Pakistan LNG Withdraws Termination Notice to PGPC

After losing a case in the London Court of International Arbitration (LCIA), Pakistan LNG Limited (PLL) has withdrawn a termination notice for the operation and services agreement (OSA) with Pakistan GasPort Consortium (PGPC), which owns and operates LNG Terminal-2 at Port Qasim.

According to a report published in The News, an arbitral tribunal appointed on April 26, 2023 backed the stance of PGPC during the arbitration between PGPC and PLL, deciding the termination notice issued by PLL on October 14, 2019 was void and illegal. Additionally, the tribunal directed PLL to provide PGPC with a Stand-by Letter of Credit for US$21,481,272, as prescribed in the OSA.

“We have decided not to challenge the LCIA decision and we accepted the verdict, which is why PLL has withdrawn all notices issued to PGPC, including OSA termination notice,” a PLL spokesman told The News. In compliance with the ruling, PLL has withdrawn the termination notice, the Intent notice, the Option Exercise Notice, the Lease Option Exercise Notice, the CPS Option Exercise Notice, and the Novation Notice to PGP Consortium Limited, Fauji Oil Terminal & Distribution Company Limited, BW FRSU II PTE Ltd, BW Fleet Management AS, Port Qasim Authority, and Xinjiang Petroleum Engineering Company Limited.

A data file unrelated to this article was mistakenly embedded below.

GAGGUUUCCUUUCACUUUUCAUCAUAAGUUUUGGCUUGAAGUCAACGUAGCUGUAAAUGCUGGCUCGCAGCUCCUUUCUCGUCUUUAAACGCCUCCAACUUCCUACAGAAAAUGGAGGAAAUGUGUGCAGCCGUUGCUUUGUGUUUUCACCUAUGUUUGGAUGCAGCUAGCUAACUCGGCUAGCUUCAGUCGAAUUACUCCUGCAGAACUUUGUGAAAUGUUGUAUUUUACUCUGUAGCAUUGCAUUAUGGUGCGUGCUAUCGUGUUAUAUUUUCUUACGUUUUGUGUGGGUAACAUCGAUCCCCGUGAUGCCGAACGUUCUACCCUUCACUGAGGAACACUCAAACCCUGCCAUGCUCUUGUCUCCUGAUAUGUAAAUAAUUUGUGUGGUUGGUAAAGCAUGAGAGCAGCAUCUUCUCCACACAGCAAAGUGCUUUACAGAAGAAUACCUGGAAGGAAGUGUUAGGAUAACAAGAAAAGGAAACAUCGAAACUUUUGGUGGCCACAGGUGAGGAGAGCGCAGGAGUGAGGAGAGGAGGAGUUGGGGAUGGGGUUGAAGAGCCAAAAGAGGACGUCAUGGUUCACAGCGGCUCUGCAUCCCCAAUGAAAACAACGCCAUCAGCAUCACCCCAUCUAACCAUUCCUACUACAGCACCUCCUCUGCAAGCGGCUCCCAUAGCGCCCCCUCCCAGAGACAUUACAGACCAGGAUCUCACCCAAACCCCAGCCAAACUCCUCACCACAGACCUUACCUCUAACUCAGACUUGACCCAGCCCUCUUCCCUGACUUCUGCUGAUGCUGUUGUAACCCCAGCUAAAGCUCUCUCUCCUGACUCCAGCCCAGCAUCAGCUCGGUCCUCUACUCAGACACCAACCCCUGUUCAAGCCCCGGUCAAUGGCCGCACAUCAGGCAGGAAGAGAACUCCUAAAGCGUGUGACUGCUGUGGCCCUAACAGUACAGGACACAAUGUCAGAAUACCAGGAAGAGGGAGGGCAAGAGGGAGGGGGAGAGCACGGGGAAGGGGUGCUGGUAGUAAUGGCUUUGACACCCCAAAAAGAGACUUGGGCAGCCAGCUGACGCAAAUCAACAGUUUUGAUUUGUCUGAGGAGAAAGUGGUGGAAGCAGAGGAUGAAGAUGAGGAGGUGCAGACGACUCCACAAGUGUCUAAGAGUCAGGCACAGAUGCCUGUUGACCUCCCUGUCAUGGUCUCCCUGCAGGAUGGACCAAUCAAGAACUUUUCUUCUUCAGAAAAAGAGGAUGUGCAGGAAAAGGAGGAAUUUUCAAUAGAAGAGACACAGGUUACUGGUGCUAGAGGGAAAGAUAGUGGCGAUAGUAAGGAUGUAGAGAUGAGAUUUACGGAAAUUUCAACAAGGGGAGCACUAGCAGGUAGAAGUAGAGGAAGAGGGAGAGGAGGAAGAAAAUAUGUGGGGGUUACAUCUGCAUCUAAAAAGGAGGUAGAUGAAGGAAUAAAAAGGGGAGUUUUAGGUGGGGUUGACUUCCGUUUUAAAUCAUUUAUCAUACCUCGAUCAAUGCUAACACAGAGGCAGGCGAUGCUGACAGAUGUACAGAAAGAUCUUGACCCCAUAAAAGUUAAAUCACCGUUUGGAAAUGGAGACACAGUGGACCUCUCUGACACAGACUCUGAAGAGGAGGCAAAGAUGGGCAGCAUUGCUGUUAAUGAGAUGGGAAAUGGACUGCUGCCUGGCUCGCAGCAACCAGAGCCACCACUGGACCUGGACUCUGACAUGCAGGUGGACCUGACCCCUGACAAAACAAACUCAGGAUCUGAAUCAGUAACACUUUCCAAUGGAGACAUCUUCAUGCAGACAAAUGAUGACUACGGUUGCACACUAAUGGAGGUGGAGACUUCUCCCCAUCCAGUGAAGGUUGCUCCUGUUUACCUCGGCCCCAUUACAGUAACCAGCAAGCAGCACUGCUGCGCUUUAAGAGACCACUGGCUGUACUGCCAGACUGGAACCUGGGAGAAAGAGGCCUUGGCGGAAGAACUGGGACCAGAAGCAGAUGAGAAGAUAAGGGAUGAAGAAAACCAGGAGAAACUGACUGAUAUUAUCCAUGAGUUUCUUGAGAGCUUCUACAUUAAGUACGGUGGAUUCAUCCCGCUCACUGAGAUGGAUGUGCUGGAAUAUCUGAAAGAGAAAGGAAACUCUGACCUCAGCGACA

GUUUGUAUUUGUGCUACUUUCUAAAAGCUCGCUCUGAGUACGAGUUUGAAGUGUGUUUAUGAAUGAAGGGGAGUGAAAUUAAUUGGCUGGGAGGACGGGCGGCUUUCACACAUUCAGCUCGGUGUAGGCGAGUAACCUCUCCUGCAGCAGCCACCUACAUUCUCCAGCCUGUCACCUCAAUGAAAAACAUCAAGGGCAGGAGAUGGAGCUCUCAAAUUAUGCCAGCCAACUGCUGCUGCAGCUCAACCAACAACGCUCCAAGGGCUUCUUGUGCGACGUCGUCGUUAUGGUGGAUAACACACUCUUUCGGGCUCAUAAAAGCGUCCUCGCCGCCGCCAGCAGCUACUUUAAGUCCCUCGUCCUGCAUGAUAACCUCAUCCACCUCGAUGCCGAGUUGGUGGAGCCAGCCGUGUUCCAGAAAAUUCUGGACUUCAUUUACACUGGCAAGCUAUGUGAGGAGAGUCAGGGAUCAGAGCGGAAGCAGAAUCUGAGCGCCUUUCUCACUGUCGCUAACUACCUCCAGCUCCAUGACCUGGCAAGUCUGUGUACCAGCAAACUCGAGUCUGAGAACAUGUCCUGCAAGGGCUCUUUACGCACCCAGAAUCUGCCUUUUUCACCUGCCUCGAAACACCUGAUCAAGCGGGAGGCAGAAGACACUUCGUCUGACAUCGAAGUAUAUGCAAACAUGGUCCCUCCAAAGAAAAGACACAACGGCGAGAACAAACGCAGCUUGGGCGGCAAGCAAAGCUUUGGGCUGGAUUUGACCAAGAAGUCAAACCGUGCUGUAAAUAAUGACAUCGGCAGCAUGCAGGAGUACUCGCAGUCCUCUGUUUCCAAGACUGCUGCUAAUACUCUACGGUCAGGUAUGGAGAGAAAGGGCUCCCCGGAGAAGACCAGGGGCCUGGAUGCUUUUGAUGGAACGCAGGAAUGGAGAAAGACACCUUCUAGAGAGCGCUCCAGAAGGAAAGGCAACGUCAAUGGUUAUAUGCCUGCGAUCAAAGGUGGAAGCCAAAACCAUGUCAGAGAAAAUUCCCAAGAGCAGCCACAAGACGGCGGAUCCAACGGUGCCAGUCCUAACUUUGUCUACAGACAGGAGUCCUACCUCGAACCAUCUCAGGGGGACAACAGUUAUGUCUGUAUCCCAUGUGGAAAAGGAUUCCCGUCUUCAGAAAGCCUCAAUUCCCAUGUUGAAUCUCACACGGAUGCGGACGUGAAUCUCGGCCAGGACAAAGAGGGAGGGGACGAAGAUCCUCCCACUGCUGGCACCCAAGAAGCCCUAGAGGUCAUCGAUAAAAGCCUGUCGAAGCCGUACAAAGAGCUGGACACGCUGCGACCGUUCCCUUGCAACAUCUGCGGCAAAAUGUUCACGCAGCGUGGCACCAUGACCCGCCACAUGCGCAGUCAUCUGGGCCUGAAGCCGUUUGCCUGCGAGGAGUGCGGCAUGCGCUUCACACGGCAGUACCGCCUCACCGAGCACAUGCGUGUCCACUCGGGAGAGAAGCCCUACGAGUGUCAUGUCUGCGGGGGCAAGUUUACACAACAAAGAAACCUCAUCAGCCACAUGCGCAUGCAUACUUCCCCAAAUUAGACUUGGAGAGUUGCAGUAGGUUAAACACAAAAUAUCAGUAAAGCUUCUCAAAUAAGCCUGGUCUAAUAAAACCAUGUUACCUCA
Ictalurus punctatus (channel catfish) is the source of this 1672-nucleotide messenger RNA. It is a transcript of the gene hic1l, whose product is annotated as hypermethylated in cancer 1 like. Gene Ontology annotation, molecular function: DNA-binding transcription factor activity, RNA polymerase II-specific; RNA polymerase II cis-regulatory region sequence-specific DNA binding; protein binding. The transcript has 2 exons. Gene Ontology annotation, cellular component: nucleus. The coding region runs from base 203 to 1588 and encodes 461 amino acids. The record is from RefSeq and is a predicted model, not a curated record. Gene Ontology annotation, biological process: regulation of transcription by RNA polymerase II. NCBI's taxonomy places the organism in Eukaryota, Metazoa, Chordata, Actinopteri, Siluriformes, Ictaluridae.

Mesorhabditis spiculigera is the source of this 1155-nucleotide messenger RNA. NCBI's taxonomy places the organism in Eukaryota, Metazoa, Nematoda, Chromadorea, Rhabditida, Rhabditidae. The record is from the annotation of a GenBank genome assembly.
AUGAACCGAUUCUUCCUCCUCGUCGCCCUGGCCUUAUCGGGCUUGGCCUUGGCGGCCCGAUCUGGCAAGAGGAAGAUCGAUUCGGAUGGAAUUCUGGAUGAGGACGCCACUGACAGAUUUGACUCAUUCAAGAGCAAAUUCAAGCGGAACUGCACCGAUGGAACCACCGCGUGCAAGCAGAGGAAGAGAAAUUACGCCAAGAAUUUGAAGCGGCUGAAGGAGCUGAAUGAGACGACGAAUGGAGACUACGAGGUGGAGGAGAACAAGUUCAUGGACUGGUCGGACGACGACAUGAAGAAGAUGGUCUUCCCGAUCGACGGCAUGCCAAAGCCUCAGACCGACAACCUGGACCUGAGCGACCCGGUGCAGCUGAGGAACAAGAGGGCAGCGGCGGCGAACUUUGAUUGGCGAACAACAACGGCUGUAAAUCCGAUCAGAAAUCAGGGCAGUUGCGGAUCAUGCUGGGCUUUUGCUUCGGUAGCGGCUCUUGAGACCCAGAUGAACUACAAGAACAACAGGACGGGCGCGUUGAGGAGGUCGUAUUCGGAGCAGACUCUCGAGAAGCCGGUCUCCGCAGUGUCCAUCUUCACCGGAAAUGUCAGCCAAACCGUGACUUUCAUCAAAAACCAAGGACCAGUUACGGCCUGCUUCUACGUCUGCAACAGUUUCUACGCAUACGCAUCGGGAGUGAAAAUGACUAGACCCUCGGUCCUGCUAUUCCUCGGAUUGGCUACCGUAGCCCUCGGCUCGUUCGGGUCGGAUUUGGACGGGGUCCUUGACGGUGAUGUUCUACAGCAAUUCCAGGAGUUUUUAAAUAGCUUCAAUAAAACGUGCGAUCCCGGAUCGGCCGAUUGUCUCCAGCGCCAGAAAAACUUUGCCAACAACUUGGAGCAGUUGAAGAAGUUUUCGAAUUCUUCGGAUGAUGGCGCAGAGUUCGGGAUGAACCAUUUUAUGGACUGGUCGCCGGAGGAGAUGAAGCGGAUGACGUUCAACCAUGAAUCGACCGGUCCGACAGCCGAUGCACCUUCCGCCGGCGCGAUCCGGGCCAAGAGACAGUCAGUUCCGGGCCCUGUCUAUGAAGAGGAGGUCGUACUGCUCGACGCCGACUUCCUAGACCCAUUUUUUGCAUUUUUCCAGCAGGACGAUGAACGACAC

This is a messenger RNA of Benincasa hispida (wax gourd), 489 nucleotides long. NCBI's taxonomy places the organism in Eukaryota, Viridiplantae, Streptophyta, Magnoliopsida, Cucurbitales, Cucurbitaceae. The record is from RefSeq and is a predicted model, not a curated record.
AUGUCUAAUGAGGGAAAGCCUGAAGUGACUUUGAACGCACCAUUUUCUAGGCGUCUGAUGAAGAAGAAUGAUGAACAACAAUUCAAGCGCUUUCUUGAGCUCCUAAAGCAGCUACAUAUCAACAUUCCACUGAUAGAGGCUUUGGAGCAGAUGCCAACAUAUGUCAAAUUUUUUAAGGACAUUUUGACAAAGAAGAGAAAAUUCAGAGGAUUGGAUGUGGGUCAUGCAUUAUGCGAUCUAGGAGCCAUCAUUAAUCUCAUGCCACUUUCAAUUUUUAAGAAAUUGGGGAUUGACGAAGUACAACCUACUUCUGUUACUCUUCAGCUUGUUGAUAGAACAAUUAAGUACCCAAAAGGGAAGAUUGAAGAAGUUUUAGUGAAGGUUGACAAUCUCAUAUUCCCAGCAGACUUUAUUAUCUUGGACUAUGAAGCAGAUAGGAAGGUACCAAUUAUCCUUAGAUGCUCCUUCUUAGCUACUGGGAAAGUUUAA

Pakistan LNG Terminal Limited (PLTL), which later merged with PLL, terminated its agreement with PGPC in 2019 for not depositing a fresh credit rating guarantee of $10 million in cash, or asset value of $15 million. Despite PGPC subsequently depositing the fresh guarantee, PLL maintained its decision to terminate the OSA signed with PGPC, prompting the company to move the LCIA. After several months of proceedings, the LCIA gave the award in favor of PGPC, which set up the LNG terminal at a cost of $176.5 million.

According to the tribunal ruling, PLL was not entitled to terminate its agreement with PGPC to operate the LNG Services Infrastructure (Terminal) at Port Qasim. Its declaration of the 2019 PLL termination notice as void and illegal also voided all subsequent notices issued by PLL to various public authorities and private persons expressing its intent to acquire the terminal. The tribunal also rejected PLL’s claim of $991,546 against PGPC for gas allegedly lost by the terminal.